Profitable organizations rely on formal and informal business communication patterns. Formal communication channels provide structure toward productive outcomes. Informal interactions allow authentic relationships to be built and alternative methods to create meaning in the organization. Both complement each other and can strengthen the company when effectively applied. Each can be planned, but informal communication is usually spontaneous.
Purpose of Formal Communication
Formal business communication is a strategic exchange of information that supports a clear agenda. This information is traditionally considered as in-house method of communication, but can include structured interactions with people and entities outside the organization.
Formal communication can also trigger informal interactions. For example, a chief officer may schedule a tour or town hall meeting where a free flow of comments on topics of discussion are encouraged. However, these can lead to personal interactions, stories and ideas that were not on the original agenda.
Types of Formal Communication
Organizations may communicate to their internal team through written or verbal communication. Managers may use formal written tools such as emails, blog entries, orientation training materials or newsletters. Speech presentations, meetings and scheduled conferences are examples of verbal interactions as a formal communication strategy. Formal communication can also include strategic placement of office signage, employee reviews and collaboration with non-profit organizations. News briefs and executive appearances are also creative ways to enhance business relationships through formal communication.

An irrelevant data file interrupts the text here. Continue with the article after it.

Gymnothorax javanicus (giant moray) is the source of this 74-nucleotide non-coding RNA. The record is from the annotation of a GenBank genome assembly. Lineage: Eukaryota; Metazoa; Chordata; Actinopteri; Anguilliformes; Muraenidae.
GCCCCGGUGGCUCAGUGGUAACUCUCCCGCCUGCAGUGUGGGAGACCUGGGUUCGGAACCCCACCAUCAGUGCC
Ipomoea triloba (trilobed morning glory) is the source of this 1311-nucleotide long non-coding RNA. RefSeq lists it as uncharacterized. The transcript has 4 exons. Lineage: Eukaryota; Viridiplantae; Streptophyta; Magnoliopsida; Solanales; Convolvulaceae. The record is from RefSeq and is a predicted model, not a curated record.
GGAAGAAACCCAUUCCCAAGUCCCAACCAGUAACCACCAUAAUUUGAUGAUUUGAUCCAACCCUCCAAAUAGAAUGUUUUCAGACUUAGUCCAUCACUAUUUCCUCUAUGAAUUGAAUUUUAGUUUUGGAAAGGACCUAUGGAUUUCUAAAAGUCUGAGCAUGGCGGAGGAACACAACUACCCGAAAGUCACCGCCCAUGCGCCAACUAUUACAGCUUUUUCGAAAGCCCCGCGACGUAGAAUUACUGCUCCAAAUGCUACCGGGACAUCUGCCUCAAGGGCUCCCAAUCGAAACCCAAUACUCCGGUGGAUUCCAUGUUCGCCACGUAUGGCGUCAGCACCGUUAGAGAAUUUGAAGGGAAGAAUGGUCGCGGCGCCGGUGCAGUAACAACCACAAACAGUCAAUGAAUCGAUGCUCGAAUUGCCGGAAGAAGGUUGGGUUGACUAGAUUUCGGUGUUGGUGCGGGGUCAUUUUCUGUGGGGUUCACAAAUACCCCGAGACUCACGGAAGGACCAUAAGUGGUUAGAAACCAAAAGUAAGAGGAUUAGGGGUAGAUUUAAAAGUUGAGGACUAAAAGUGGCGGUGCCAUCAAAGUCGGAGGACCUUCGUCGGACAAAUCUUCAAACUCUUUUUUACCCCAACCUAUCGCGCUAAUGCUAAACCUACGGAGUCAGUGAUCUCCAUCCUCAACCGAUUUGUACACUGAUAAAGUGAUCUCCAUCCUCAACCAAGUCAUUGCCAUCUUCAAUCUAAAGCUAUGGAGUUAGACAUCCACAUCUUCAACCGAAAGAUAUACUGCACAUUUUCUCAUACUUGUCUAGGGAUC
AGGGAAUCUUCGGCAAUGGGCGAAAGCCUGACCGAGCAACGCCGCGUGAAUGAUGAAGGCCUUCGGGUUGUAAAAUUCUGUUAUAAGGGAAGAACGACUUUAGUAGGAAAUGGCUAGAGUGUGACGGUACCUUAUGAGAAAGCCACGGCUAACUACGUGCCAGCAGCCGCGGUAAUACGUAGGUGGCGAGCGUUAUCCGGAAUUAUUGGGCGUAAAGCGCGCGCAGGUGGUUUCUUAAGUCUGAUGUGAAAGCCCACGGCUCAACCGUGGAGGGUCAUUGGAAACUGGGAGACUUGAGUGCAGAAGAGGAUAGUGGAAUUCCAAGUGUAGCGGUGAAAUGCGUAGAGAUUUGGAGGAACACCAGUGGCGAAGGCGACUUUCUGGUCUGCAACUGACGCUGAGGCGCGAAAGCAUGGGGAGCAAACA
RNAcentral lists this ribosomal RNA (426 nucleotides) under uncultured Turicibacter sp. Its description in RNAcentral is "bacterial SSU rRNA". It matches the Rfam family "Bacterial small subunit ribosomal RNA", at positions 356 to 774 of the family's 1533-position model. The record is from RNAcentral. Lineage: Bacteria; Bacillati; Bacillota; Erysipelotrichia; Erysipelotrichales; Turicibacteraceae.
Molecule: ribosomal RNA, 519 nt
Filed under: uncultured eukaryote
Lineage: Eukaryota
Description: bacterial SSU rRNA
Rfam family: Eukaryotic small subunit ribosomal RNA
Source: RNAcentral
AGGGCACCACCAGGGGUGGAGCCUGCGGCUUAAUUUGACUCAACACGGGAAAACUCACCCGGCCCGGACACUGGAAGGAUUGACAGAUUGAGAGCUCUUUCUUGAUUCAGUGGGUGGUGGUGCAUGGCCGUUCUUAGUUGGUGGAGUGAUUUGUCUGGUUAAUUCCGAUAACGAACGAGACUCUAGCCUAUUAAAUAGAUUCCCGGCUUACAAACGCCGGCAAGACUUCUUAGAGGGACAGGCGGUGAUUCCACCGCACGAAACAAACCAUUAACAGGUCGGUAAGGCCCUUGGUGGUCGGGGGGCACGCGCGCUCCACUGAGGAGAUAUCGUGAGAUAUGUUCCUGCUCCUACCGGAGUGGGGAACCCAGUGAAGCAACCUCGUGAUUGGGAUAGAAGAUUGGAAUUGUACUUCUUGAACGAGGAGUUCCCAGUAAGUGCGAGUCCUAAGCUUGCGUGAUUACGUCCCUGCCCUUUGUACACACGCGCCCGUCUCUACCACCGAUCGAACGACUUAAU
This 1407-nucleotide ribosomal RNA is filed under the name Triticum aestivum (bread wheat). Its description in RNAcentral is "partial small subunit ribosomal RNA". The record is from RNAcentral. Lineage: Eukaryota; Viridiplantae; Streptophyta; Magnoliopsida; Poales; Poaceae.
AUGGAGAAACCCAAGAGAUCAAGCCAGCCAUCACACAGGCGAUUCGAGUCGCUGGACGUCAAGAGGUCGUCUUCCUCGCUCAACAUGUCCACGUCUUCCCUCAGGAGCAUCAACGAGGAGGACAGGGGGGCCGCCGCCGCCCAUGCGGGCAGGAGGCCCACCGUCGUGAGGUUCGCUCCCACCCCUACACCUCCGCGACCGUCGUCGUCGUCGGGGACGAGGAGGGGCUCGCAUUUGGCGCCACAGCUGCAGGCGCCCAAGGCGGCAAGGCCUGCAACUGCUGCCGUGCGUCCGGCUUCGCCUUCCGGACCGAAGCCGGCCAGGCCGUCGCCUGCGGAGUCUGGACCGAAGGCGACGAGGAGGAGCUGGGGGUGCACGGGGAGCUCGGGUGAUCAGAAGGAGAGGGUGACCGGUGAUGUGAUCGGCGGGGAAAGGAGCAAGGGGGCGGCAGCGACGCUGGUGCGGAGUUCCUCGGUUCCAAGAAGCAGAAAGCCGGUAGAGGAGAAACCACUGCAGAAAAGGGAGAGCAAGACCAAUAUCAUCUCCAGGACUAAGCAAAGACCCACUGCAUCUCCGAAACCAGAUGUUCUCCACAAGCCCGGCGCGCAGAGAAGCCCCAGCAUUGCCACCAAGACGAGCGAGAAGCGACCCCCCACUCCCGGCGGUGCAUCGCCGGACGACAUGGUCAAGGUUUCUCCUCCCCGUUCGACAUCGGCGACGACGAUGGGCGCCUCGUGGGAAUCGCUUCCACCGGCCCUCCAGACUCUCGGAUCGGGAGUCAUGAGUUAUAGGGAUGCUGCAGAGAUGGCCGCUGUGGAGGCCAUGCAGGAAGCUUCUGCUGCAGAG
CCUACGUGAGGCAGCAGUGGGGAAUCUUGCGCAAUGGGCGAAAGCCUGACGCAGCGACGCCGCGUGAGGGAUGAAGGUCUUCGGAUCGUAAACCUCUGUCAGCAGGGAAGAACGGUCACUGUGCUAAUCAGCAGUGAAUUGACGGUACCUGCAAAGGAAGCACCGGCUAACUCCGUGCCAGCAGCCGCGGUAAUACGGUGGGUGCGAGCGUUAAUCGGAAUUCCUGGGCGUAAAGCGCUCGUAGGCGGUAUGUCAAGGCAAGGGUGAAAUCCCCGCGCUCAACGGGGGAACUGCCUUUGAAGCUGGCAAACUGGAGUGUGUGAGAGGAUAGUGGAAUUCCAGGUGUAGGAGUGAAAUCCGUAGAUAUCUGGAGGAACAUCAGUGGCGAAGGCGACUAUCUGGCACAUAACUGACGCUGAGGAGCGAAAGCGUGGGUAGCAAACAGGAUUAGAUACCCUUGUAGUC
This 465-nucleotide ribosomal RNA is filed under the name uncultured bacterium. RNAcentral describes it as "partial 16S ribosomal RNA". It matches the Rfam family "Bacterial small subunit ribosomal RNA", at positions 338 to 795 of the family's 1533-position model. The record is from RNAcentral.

Purpose of Informal Communication
Spontaneous interactions spark a ‘grapevine’ of information shared through informal communication networks. Informal business communication should complement formal networks. Authentic and profitable relationships are solidified through this method. Sometimes, the informal atmosphere can result in casual and careless distribution of information. For this reason, all personnel should be especially careful about sharing sensitive information while communicating informally. Although written communication can also be informal, it should be appropriate to avoid legal and ethical issues.
Types of Informal Communication
Informal verbal communication can take place during lunch breaks, hallway interactions and phone calls. Creative business communicators may deliberately include handwritten notes, text messages and anniversary recognitions and birthday cards to build rapport with their coworkers.
Dynamics of Corporate Communication
Information can be delivered from management to employee, or vice versa. Companies that are founded primarily in formal networks rarely deviate from the rules and protocols. On the other hand, informal corporate cultures encourage spontaneity and casual networks. Regardless of the company culture, organizations grow through a strategic balance of formal and informal networks. Organizations benefit from establishing an open communication network that includes feedback from employees and managers alike.